A Kurdish language teacher and member of a Kurdish cultural association, Seyvan Ebrahimi, was jailed on Saturday in the city of Sanandaj in Iran’s Kurdistan province for allegedly teaching Kurdish to children. Ebrahimi was sentenced to a total of 11 years in prison by the Islamic Revolutionary Court in Sanandaj in early December.
Ebrahimi, who was tried in November, received a 10-year sentence for ‘forming groups and factions to undermine national security’ and an additional one-year sentence for ‘propaganda against the state’, according to the Kurdistan Human Rights Network (KHRN).
A video circulating on social media shows Ebrahimi leaving his family for prison, with his father defiantly declaring, “Even prison cannot break our spirit!” The activist’s case attracted attention because of his association with Zahra Mohammadi, a prominent Kurdish human rights activist, and his wife.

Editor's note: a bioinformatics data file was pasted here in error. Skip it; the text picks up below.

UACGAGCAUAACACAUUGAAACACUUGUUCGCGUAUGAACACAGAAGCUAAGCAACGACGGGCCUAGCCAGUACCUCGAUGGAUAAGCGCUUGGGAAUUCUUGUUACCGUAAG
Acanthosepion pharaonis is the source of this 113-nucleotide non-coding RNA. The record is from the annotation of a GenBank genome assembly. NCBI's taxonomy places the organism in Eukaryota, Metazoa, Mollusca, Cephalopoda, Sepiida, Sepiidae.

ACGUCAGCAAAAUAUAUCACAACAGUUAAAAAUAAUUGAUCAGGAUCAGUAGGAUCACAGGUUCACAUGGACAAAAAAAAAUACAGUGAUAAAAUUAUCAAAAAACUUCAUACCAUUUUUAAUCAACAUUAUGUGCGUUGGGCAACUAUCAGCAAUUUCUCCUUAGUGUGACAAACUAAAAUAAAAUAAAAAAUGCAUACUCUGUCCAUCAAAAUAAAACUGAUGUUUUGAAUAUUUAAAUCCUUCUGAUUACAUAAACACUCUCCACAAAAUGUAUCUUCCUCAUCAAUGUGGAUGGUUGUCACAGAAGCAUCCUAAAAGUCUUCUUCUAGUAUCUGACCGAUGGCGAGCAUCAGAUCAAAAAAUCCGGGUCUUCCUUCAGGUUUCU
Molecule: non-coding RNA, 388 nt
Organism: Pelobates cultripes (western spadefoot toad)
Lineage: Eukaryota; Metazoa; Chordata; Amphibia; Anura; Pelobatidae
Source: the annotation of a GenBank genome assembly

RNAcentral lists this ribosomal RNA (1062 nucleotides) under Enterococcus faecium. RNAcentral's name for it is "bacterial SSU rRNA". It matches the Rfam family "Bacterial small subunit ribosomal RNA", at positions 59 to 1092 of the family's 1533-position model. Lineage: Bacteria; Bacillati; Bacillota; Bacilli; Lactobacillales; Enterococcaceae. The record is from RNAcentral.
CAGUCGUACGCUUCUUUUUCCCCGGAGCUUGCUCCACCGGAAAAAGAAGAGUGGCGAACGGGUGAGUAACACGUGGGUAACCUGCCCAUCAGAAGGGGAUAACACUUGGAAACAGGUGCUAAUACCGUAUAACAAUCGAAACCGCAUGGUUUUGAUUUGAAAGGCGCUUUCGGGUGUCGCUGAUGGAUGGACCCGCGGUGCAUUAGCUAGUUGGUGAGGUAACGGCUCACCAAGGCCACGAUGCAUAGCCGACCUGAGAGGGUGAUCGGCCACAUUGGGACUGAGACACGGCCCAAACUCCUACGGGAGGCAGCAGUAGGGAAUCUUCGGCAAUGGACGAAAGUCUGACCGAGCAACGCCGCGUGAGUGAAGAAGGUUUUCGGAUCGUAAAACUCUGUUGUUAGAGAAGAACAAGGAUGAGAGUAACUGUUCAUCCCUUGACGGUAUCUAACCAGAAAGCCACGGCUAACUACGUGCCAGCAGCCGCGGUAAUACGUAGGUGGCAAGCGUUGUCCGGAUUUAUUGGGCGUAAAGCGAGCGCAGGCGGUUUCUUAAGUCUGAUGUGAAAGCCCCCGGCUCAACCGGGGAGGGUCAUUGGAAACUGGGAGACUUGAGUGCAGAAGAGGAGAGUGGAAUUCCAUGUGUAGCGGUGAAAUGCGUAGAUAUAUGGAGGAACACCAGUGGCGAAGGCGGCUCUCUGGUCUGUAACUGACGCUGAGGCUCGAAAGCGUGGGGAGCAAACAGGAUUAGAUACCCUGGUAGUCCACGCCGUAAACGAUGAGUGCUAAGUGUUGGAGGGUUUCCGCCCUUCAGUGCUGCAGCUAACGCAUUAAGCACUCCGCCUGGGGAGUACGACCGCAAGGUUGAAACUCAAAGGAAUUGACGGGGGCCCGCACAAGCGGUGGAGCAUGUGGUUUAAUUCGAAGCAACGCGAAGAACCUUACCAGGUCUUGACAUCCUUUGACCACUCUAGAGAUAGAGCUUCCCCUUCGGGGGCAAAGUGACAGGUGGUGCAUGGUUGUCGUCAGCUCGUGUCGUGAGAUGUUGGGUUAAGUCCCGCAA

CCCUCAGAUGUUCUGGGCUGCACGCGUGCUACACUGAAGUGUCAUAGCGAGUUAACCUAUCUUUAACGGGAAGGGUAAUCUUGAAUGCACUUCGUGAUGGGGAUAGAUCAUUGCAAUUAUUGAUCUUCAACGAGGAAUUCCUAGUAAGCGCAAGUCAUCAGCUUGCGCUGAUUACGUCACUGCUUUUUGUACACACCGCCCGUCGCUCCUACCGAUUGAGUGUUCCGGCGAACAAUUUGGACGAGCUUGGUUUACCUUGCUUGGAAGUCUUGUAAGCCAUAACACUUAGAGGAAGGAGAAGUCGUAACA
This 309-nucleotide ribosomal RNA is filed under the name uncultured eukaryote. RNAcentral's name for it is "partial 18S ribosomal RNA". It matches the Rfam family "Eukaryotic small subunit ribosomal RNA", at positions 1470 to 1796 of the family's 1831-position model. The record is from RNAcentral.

Zahra Mohammadi, the director and founding member of the Nozhin Socio-Cultural Association, faced a similar fate in May 2019 when she was arrested and sentenced to five years in Sanandaj prison. However, she was released on 10 February 2023 as part of a general amnesty granted by the Iranian judiciary to commemorate the 44th anniversary of the 1979 Iranian Revolution. Zahra’s release coincided with the imprisonment of her husband.
The Nozhin Socio-Cultural Association, which was legally recognised by the Iranian Ministry of the Interior in 2013, is involved in various cultural activities, including environmental education, disaster relief and raising awareness of legal rights and minority cultures.
In a related case, Srwa Pour-Mohammadi and Edris Menbari, two other members of the association, were sentenced to ten years in prison in October. They were also charged with ‘forming or participating in groups or associations with the aim of undermining national security’.
The harsh sentencing of Ebrahimi and others highlights concerns about the suppression of Kurdish cultural activities and the targeting of activists in Iran.